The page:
One could easily presume that a member of Congress sitting on the committee that writes the nation’s tax laws would be able to pay his taxes on time.
Apparently, that’s a bad assumption.
News Washington Bureau Chief Jerry Zremski recently uncovered evidence that Rep. Tom Reed, R-Corning, was late paying his property taxes 38 times between 2005 and this year, including 18 times since joining Congress in 2010.
Reed serves on the Ways and Means Committee, which writes tax laws – and, we’re guessing, frowns upon paying taxes late.
This should be Politics 101. Pay taxes. On time. Every year. Especially when sitting on a tax-writing committee. Nonetheless, Reed has found himself in the uncomfortable position of having to explain why he failed to follow this simple rule.
Reed’s reasons for late payments for properties he owns or has owned in Steuben and Chemung counties, in addition to his family home, start with the unsurprising response about being unaware of the scope of the problem, for which he has paid $3,486.51 in interest and penalties.
He also says that he has been involved in many investment properties, sometimes on his own and other times with partners. He also notes that he’s probably made at least 500 property tax payments since 2005, apparently implying that it’s OK to miss a few.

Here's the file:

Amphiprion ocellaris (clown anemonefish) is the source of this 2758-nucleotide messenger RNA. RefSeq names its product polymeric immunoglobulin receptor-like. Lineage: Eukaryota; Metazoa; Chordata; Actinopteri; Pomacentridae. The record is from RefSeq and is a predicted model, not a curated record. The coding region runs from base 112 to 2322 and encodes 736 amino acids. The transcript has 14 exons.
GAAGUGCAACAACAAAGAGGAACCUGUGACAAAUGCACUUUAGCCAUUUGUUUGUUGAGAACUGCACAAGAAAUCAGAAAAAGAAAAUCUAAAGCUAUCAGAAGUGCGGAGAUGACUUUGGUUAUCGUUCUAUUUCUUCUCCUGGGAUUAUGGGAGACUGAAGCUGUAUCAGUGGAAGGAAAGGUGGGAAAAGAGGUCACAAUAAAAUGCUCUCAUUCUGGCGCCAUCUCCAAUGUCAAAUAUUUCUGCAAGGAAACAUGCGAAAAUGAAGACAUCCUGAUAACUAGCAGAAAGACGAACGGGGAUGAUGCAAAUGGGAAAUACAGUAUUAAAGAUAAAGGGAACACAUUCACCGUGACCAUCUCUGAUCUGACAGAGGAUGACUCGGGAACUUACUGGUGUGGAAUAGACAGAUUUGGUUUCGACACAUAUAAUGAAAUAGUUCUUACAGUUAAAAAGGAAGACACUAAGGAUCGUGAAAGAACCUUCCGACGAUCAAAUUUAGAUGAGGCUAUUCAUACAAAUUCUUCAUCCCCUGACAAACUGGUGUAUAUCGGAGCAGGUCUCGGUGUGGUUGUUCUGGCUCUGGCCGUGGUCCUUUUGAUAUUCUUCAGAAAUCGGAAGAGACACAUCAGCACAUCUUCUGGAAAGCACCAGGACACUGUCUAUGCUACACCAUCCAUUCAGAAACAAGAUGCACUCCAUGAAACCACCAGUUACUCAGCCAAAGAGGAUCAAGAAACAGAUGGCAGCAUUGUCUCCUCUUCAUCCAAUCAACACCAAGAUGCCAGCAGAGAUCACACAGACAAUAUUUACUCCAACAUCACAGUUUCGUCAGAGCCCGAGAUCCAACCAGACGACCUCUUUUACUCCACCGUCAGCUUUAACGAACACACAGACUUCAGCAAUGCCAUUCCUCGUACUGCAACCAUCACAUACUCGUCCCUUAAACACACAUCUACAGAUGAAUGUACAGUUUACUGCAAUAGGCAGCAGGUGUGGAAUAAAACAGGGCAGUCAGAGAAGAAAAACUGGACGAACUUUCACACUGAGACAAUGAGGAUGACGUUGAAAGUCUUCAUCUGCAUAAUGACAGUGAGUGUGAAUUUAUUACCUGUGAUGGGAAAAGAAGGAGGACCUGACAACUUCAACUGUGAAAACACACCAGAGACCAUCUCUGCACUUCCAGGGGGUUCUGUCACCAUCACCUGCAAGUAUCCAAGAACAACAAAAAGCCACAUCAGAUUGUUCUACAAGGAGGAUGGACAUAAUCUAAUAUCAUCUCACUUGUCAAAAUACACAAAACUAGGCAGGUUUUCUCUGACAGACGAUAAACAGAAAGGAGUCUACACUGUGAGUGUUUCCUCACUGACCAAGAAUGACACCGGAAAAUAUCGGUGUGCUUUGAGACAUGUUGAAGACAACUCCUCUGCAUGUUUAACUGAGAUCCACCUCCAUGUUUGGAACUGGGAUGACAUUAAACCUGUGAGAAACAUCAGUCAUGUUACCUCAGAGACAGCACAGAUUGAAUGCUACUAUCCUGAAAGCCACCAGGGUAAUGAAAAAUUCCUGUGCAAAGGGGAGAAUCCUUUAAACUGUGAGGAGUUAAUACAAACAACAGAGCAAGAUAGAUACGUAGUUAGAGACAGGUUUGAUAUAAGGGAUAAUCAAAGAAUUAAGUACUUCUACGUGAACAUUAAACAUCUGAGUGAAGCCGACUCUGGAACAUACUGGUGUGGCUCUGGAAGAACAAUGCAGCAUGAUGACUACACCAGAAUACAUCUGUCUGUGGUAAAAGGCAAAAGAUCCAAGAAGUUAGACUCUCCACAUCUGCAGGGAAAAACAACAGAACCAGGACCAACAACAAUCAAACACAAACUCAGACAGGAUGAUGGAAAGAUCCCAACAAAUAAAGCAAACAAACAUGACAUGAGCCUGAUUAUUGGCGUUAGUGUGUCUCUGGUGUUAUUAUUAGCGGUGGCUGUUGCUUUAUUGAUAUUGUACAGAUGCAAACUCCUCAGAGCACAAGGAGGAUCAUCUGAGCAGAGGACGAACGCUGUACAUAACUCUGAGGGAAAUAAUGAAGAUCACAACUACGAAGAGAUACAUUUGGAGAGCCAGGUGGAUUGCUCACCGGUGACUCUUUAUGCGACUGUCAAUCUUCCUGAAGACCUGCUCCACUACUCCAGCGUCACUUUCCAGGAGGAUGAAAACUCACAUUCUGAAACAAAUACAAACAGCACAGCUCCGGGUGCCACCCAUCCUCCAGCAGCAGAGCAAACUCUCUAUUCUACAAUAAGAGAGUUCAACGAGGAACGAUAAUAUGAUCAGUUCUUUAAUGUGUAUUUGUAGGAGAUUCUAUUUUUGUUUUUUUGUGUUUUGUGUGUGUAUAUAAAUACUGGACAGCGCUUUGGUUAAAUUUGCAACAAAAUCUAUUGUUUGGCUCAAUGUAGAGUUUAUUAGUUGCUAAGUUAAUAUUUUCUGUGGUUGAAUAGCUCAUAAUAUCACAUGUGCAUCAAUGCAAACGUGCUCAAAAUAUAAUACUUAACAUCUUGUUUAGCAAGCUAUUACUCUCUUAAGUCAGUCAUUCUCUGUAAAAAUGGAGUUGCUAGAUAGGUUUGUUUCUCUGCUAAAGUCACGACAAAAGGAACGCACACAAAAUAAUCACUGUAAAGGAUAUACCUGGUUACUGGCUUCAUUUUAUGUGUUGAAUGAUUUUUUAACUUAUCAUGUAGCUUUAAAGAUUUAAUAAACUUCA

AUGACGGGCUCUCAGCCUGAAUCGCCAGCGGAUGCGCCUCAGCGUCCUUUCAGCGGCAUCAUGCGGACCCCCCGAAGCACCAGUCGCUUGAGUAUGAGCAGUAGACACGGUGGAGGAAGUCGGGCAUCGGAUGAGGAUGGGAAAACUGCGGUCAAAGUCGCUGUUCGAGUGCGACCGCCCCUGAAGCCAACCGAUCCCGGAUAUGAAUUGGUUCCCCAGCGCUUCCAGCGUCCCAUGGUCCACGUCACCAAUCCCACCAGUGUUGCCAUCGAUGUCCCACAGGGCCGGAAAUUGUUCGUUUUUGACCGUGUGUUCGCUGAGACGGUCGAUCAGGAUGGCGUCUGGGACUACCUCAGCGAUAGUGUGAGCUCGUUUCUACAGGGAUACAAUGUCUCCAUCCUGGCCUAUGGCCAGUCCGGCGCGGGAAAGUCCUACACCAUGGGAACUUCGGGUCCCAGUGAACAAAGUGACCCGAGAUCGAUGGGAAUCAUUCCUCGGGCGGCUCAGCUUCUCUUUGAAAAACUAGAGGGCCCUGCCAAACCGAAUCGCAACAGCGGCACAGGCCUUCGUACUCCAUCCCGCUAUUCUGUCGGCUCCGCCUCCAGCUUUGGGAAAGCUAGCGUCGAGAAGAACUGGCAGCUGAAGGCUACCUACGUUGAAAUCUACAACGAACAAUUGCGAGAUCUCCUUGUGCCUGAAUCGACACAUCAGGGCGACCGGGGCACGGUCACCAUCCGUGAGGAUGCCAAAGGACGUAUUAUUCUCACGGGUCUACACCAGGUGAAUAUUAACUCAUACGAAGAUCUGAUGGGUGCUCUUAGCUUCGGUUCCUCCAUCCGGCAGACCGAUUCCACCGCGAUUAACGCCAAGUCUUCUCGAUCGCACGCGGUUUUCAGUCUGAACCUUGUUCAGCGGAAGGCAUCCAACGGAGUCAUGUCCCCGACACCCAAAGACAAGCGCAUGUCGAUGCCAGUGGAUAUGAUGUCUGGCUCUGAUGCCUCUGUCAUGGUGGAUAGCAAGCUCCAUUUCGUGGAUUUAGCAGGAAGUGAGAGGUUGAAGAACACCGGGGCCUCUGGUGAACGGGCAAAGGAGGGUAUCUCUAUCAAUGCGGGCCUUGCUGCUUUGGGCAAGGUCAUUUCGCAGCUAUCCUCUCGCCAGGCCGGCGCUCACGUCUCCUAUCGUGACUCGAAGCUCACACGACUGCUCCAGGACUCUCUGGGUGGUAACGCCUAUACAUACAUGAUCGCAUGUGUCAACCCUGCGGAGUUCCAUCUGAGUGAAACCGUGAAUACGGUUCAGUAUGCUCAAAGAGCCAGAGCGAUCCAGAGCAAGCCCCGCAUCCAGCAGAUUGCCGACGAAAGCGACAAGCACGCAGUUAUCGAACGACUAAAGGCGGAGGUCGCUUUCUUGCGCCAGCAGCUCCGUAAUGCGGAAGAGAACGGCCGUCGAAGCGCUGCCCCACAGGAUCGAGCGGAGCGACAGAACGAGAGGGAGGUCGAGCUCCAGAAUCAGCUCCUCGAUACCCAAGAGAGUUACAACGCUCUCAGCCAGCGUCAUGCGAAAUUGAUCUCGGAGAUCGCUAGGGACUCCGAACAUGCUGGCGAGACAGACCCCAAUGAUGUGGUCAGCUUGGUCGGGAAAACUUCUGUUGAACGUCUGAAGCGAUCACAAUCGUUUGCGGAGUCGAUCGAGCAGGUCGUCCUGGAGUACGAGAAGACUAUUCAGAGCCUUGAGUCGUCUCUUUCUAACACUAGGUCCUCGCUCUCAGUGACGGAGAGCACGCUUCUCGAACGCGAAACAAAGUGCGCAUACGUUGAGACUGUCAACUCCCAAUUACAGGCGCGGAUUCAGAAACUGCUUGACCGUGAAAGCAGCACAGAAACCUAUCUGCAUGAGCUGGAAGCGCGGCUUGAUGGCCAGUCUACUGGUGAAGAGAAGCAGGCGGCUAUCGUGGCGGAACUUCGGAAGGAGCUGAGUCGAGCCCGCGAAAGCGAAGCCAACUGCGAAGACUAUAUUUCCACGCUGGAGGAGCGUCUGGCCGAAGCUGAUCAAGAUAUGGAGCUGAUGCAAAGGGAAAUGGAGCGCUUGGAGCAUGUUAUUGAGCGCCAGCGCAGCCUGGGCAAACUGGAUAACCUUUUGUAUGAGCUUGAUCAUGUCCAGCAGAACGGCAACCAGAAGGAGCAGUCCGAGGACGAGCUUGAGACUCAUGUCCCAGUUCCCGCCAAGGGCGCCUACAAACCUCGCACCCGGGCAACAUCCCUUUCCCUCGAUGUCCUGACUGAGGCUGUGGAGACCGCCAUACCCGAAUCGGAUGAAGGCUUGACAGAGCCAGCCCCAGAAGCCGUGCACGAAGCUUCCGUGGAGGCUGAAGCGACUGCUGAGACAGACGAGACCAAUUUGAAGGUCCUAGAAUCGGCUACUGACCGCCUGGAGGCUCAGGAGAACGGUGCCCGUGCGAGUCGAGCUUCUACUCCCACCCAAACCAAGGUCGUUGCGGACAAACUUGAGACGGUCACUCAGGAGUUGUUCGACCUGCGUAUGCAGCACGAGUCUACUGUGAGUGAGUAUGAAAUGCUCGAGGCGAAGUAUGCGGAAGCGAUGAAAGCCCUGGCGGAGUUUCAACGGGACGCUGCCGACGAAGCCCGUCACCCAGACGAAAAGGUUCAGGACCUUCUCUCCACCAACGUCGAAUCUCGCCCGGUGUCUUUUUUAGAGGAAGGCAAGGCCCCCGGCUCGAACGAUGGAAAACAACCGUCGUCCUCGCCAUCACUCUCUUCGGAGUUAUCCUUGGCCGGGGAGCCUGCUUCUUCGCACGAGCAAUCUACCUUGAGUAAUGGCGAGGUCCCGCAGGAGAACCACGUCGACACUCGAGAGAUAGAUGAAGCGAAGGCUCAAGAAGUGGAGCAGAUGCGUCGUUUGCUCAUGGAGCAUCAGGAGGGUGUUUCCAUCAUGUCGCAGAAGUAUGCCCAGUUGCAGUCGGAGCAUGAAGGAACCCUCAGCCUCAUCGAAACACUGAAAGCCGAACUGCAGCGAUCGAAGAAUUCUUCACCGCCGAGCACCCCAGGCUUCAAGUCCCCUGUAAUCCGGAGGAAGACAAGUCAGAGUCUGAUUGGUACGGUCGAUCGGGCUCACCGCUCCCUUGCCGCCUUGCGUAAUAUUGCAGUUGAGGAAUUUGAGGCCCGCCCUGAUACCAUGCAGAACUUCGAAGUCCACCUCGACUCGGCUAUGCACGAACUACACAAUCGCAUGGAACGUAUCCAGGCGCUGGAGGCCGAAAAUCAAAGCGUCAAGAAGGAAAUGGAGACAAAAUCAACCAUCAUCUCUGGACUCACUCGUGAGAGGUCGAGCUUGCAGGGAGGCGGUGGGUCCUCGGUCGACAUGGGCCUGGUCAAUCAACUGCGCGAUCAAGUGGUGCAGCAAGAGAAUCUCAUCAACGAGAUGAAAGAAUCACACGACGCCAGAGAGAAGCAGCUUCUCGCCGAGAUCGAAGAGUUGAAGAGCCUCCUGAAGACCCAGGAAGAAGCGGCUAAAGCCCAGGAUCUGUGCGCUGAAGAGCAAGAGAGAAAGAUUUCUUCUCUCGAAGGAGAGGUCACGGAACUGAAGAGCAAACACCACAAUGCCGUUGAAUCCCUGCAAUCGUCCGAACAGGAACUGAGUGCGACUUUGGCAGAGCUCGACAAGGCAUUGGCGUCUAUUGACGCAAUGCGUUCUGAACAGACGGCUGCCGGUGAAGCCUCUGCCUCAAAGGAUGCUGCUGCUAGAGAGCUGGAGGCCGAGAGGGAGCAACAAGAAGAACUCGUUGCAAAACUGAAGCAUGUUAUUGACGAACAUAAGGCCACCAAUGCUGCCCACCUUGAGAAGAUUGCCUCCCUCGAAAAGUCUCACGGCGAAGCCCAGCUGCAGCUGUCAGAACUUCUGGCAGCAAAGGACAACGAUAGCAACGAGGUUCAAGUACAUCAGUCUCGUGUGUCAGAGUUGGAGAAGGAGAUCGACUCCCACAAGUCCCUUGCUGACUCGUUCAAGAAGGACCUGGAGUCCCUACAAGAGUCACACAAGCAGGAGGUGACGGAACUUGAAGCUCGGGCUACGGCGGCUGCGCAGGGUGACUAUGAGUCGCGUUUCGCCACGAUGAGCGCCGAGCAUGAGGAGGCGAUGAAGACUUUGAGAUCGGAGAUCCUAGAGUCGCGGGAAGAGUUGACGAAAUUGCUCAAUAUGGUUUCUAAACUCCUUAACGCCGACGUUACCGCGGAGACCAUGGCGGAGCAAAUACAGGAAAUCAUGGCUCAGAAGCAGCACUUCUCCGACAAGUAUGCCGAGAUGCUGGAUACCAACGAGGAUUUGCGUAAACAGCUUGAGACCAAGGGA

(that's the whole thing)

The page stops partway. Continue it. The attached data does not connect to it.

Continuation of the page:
He did manage to angrily lash out at the disclosure of the non-payments, blaming Democrats for “character assassination.” It’s a disappointing reaction from an otherwise astute politician.
Reed’s likely Democratic opponent, Tompkins County Legislature Chairwoman Martha Robertson of Dryden, claims she didn’t know anything about Reed’s late tax payments.
But it is safe to say that the issue will resurface in the upcoming campaign in the 23rd Congressional District, which covers an area just north of the Pennsylvania border from Chautauqua County in the west to Ithaca in the east.
Whether you agree with James E. Campbell, a professor of political science at the University at Buffalo, who called Reed’s late payments a sign of “sloppiness” and nothing more, or Larry Sabato, the director of the Institute of Politics at the University of Virginia, who called Reed’s tax tardiness “foolish” and “not acceptable,” the fact remains that Reed himself created an unnecessary and embarrassing issue.